The federal IT community is facing an aging systems crisis. Collectively, agencies spend about 75 percent of their IT budgets on operations and maintenance activities, most of which is gobbled up by legacy systems. The situation is even worse at the VA, with reportedly only 10 percent available for investment in new development and modernization. With so much appropriated IT funding tied up in “keep the lights on” activities, agencies face the daunting — if...
The federal IT community is facing an aging systems crisis. Collectively, agencies spend about 75 percent of their IT budgets on operations and maintenance activities, most of which is gobbled up by legacy systems. The situation is even worse at the VA, with reportedly only 10 percent available for investment in new development and modernization. With so much appropriated IT funding tied up in “keep the lights on” activities, agencies face the daunting — if not impossible — task of moving their legacy systems into the 21st century.
Unless the situation is dealt with expeditiously, time will only further compound the financial, security, and mission continuity risks these old systems already present. Nothing underscores the urgency for action more than Tony Scott’s, the former federal chief information officer, push to set up a $3.1 billion IT Modernization Fund (ITMF) through Congress, in the wake of OPM’s security breach. The White House’s original ITMF bill proposal has since morphed into a congressional derivative — the Modernizing Government Technology Act (MGT Act). After an initial rejection by the 114th Congress last year, the MGT Act has been reintroduced by Rep. Will Hurd (R-Texas).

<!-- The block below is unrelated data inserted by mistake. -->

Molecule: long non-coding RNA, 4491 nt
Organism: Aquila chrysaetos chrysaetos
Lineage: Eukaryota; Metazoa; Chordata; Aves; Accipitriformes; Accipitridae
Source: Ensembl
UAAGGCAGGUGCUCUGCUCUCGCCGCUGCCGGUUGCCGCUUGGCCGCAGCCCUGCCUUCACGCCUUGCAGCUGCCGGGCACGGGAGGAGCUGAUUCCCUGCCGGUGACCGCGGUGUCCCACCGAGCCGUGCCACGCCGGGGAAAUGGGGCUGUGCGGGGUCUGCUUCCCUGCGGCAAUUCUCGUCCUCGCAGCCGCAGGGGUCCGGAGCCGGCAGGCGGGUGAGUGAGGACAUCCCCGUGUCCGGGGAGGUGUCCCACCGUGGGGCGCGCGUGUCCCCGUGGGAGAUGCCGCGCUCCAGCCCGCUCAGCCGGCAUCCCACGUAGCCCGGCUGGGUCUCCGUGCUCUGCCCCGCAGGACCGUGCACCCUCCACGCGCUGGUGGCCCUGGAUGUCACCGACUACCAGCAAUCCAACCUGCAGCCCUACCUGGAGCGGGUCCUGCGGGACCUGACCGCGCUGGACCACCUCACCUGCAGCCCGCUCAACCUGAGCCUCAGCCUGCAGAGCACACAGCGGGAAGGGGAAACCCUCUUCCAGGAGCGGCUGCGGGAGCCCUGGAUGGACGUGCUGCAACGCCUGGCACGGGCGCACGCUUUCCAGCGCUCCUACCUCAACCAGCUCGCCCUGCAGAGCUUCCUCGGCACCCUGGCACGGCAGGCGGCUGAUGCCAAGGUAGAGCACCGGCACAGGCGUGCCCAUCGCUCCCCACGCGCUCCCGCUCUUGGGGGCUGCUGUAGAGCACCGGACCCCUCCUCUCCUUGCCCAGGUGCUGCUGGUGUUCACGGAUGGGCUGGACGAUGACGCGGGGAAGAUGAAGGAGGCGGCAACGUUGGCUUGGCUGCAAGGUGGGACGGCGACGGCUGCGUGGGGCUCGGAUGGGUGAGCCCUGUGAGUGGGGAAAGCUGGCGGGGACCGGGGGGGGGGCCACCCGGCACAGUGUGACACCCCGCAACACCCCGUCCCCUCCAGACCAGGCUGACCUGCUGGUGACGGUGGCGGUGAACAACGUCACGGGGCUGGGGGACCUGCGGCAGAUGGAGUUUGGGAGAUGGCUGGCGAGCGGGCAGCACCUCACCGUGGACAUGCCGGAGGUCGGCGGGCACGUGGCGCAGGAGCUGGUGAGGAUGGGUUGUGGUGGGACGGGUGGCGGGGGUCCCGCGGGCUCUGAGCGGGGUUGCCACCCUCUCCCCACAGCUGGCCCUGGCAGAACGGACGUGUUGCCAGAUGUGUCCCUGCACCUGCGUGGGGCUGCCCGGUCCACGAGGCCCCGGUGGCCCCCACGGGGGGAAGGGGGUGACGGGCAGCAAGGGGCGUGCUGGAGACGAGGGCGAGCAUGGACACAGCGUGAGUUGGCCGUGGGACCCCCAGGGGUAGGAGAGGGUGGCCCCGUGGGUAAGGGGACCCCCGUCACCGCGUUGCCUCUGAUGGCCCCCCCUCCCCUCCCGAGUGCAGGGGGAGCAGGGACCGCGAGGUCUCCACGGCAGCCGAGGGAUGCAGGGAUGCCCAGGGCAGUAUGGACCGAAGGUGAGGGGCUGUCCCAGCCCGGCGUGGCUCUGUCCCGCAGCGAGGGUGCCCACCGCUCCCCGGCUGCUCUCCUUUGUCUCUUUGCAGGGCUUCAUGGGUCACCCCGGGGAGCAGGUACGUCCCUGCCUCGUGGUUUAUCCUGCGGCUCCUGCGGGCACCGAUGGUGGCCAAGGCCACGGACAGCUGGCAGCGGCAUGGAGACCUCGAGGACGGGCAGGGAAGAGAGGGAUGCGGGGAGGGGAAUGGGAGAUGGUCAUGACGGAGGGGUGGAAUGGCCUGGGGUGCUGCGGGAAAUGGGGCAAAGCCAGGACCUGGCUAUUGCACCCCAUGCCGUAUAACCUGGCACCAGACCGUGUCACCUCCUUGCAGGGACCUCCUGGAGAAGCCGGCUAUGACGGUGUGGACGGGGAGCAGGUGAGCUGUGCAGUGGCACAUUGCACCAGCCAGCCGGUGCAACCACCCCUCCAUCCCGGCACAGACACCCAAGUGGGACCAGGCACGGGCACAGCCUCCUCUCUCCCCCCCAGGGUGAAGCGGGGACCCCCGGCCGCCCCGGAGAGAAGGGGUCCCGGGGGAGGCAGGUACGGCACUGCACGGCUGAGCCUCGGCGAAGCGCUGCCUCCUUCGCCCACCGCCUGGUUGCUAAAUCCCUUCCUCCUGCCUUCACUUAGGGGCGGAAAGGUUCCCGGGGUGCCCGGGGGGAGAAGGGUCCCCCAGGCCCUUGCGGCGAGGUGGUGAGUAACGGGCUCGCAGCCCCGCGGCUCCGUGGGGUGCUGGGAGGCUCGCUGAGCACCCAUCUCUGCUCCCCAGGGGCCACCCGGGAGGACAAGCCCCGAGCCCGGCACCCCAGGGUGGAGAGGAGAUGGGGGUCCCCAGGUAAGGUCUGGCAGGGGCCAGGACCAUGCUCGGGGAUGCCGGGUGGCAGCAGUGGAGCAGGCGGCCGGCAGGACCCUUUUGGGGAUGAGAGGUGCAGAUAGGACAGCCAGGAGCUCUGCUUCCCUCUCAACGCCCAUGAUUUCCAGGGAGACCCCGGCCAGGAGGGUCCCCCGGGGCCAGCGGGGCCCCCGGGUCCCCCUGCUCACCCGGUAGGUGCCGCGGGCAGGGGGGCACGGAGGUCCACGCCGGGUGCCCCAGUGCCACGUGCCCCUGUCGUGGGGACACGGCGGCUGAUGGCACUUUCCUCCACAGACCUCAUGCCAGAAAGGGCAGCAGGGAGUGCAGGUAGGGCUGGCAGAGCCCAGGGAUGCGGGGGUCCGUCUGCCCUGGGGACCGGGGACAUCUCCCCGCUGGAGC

In its current form, the MGT Act would allow agencies to establish a working capital fund and “bank” savings in that fund for reinvestment in other IT modernization initiatives, which is huge. It would also create a centralized, $500 million seed fund against which agencies could borrow money and repay over time. If for some reason the MGT Act fails to pass, or even if it does pass but falls short of generating the level of funding required to pay off decades’ worth of accumulated “IT debt,” which likely runs in the tens of billions of dollars, what other possible financing mechanisms can agencies turn to?
Perhaps procurement has the answer: it’s a technique called IT share-in-savings (SiS) contracting. With SiS, agencies can launch IT projects with little or no upfront funding. Instead, they pay a contractor a share of the savings (or revenue) generated from the contracted effort. The better and quicker the vendor performs, the better they do financially.The worse and slower they perform, the worse they do financially. It’s the ultimate form of performance-based contracting, and is a practice wholly permitted under existing federal regulations. Why not use SiS to bootstrap the modernization of the federal government’s legacy systems?
It’s hardly a new idea. In fact, Congress and the federal government made efforts to institute SiS IT as standard procurement practice back around the turn of the century. Congress, in particular, took thoughtful measures to ease the federal government’s path to widespread adoption through the passages of the Clinger-Cohen Act (1996) and the E-Government Act (2002). For example, the E-Government Act authorized a pilot period until 2005 during which agencies could enter into certain SiS IT contracts exempt from the “upfront funding of termination liabilities” provision scribed in appropriations law.